WASHINGTON -- On the face of it, the choice of Gov. William Weld of Massachusetts to be ambassador to Mexico is proving something of an embarrassment for President Clinton.
But in the convoluted world of American politics today, it may not be that simple.
Sen. Jesse Helms of North Carolina, chairman of the Senate Foreign Relations Committee, has announced he won't even allow hearings on the nomination. He considers fellow Republican Weld to be soft on drugs, which Senator Helms sees as a disqualifying flaw for anyone representing the United States in Mexico.
Under the strange rules of the Senate, that is usually enough to scuttle any nomination.
But Governor Weld, a sometimes quirky politician with a sense of humor, has gone public declaring his confidence that Mr. Clinton will stick with the nomination -- and with his refusal to consider some alternative such as ambassador to India.
By taking that initiative, the Massachusetts Republican has made it impossible for Mr. Clinton to back away quietly. Instead, he is now expected to referee what is essentially a brawl between the moderate and conservative wings of the Republican Party.
Mr. Clinton's history suggests that is a lot to ask.
The result is a special pressure on the White House to stick with the Weld nomination. President Clinton says he intends to do just that. There is the possibility that Secretary of State Madeleine Albright might be able to persuade Mr. Helms. She can argue that law enforcement officials would welcome the choice of Mr. Weld, a former federal prosecutor with a reputation for following a tough line on hard drugs, if not on marijuana -- in short, a good fit in Mexico these days.
But the prospect is for a tough confrontation between the White House and Mr. Helms. And it is here that the political equities change. Even if Mr. Clinton fails to win the nomination, he can emerge as a clear winner.
Democrats in Massachusetts already have reason to be happy about the nomination. Although he lost a Senate campaign to John Kerry last year, Mr. Weld as governor has an approval rating in the 70 percent range and would have been considered essentially invulnerable if he had run for a third term next year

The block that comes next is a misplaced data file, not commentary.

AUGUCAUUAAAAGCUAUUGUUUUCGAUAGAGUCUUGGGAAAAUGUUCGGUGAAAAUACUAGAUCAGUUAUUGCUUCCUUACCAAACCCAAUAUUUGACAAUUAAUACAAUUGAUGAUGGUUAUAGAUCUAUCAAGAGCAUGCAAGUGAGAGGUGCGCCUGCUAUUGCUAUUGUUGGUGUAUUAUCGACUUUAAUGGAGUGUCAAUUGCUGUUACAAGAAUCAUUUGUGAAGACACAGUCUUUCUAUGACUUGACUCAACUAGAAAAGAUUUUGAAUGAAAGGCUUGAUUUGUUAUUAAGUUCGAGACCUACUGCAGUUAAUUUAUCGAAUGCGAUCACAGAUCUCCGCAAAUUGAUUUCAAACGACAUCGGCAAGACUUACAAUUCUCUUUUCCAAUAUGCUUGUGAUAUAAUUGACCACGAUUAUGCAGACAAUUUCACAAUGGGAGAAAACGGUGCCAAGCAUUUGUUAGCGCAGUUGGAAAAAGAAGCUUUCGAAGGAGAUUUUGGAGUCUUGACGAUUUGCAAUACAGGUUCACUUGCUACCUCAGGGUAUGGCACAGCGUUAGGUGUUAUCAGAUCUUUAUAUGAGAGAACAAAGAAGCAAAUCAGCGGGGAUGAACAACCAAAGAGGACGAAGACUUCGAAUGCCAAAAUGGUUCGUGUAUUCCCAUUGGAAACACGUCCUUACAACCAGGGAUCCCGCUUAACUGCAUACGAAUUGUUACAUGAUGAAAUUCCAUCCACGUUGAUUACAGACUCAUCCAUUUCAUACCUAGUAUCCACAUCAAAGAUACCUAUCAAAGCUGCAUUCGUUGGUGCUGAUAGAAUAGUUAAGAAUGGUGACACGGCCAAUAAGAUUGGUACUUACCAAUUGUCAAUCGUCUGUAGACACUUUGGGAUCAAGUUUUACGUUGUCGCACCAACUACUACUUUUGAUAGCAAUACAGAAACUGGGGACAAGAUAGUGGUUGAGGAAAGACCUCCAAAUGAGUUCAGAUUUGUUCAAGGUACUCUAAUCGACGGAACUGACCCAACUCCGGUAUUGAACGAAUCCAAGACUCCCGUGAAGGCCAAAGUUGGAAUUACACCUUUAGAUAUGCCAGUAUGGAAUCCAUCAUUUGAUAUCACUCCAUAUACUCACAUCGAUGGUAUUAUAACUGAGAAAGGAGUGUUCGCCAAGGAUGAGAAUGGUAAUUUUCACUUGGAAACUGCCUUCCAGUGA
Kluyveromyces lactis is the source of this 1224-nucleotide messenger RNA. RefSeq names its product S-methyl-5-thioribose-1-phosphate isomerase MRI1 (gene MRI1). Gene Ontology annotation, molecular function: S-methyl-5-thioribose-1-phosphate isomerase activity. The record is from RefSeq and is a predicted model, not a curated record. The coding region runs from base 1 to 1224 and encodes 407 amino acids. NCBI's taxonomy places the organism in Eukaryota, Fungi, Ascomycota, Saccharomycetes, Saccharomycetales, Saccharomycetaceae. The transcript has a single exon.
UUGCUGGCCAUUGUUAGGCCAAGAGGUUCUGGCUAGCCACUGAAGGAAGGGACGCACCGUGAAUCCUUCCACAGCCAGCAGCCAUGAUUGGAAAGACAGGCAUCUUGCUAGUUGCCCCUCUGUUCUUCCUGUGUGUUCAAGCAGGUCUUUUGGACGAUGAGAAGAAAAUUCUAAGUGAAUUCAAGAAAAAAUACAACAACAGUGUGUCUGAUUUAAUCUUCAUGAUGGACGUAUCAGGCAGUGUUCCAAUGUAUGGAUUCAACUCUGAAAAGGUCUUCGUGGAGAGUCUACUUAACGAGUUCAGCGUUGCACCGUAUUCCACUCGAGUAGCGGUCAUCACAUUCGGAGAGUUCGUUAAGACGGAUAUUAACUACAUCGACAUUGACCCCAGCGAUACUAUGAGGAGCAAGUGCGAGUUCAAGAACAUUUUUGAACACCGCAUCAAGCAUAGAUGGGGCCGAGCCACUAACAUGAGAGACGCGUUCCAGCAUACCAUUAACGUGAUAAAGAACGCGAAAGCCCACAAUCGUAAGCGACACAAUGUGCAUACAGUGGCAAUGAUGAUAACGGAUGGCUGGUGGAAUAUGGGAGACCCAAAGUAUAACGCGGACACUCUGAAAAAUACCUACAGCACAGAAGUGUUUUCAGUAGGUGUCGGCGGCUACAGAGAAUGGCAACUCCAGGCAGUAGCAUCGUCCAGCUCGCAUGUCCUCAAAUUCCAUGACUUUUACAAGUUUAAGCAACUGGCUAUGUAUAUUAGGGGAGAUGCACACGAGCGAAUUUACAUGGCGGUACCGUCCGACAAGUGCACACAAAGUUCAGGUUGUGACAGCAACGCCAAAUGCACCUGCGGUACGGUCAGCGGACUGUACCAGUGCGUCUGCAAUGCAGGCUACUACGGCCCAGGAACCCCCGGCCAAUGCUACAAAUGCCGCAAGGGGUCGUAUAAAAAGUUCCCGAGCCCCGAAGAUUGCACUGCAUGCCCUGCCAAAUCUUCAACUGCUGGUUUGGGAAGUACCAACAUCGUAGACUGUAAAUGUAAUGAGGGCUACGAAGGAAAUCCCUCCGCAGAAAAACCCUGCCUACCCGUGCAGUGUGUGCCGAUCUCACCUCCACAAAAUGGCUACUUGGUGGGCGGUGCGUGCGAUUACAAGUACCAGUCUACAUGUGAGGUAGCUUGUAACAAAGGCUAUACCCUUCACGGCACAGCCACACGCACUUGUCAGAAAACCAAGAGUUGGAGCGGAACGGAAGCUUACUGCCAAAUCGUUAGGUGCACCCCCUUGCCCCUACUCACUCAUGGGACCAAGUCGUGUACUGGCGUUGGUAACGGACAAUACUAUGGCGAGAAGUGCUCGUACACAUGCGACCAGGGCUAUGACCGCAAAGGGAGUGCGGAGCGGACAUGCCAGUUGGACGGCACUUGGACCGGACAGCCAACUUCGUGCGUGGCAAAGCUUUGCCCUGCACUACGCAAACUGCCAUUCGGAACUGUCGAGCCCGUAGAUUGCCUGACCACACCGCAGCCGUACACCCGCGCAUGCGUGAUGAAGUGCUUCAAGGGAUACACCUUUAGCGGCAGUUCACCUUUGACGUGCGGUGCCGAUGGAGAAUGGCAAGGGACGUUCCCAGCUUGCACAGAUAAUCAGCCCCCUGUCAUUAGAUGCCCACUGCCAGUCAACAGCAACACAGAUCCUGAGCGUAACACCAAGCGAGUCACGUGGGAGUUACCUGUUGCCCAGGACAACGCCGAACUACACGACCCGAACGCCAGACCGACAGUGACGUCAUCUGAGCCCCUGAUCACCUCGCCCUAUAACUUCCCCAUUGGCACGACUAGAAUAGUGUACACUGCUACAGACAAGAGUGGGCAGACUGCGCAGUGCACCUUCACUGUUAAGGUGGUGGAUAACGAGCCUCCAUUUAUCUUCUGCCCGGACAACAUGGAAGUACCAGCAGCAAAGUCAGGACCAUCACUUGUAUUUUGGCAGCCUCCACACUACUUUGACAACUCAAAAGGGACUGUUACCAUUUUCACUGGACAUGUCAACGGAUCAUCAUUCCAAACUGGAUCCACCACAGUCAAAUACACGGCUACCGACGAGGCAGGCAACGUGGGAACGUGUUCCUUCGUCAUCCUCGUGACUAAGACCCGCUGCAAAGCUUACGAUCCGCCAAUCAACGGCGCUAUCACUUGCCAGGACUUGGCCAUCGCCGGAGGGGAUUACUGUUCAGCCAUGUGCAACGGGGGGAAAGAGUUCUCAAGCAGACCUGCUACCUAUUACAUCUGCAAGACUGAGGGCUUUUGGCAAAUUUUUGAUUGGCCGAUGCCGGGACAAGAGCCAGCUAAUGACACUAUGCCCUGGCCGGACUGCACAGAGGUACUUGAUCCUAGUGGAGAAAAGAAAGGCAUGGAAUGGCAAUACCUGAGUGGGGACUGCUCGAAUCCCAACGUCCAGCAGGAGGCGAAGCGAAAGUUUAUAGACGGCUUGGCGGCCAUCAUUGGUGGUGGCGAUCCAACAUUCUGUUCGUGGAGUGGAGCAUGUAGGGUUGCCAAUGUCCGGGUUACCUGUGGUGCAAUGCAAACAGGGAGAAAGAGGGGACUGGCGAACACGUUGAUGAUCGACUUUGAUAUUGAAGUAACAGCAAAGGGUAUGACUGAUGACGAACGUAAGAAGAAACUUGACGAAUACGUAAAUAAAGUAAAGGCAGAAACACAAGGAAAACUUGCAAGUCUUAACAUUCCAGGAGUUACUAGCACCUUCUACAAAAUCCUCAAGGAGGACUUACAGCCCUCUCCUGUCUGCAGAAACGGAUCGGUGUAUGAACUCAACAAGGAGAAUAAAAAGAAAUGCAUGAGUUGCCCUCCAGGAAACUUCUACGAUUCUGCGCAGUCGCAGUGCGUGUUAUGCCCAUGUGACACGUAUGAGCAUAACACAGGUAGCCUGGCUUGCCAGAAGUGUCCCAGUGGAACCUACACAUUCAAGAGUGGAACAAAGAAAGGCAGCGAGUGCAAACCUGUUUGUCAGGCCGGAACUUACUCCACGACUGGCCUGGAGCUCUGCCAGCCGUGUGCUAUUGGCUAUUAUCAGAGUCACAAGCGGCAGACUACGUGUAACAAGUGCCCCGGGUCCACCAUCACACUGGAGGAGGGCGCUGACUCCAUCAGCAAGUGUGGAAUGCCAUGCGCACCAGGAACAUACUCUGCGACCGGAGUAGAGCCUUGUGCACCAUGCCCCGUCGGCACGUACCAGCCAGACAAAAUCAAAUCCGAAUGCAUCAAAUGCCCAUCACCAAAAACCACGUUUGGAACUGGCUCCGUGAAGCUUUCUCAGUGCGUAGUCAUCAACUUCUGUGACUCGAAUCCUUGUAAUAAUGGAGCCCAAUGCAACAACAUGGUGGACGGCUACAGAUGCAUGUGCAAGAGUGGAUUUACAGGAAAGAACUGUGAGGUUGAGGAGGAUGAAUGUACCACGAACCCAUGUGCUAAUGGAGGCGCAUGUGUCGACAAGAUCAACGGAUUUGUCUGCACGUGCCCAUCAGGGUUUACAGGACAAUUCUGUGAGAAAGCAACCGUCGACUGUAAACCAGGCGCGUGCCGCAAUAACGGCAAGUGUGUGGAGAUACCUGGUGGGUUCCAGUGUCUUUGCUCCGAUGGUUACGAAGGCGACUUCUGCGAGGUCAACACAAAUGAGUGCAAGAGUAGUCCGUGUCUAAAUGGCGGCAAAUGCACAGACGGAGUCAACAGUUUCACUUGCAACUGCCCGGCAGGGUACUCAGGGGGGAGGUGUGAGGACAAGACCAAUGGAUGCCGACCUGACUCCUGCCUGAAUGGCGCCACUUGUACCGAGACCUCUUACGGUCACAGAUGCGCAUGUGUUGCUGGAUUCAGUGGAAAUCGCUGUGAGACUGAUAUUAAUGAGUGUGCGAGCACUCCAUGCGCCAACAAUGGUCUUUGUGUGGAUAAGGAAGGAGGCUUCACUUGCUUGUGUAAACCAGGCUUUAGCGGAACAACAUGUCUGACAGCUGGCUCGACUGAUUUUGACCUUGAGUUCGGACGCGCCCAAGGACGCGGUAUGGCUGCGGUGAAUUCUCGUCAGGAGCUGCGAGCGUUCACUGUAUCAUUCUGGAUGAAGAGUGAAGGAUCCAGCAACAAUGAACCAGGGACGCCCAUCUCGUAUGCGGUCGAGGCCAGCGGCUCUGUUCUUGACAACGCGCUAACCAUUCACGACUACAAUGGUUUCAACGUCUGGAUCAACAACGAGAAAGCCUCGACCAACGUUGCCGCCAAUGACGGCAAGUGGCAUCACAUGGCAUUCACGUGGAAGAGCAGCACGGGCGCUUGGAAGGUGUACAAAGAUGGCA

In a broader sense, the Democrats cannot help but benefit from exacerbating the ideological differences in the Republican Party. If there is a target group for Mr. Clinton in moving toward the center, it would be those moderate Republicans and independents in the suburbs who have far more in common with Bill Weld than with Jesse Helms.
Those are the voters who moved so heavily toward Clinton in both the 1992 and 1996 presidential elections and toward Democratic congressional candidates in more modest numbers last year.
More to the point, they are also the target group for the Democrats in their campaign to gain the 11 seats in the House of Representatives that would allow them to regain control.
None of this suggests that the fate of the Weld nomination is likely to have even a minuscule direct effect on the 1998 campaign.
No one would vote for a Democratic House candidate because he feels more in common with Mr. Weld than Mr. Helms.
But this dustup among Republicans is part of a broader pattern. There is also the struggle over the future of the National Endowment for the Arts. It has been targeted for extinction by the Republican cultural conservatives, but it is not a cause moderate Republicans in the suburban Northeast and Midwest are likely to adopt.
The most divisive issues for the Republicans are, of course, those that fall into the category the conservatives call "family values" -- most obviously the continuing intraparty warfare over abortion rights. One of the lessons of the 1996 election was that suburban independents and Republicans don't want Pat Robertson deciding their values.
So the president may be in an awkward position on the Weld nomination. But politics isn't always that simple.
Jack W. Germond and Jules Witcover report from The Sun's Washington bureau.
Pub Date: 7/25/97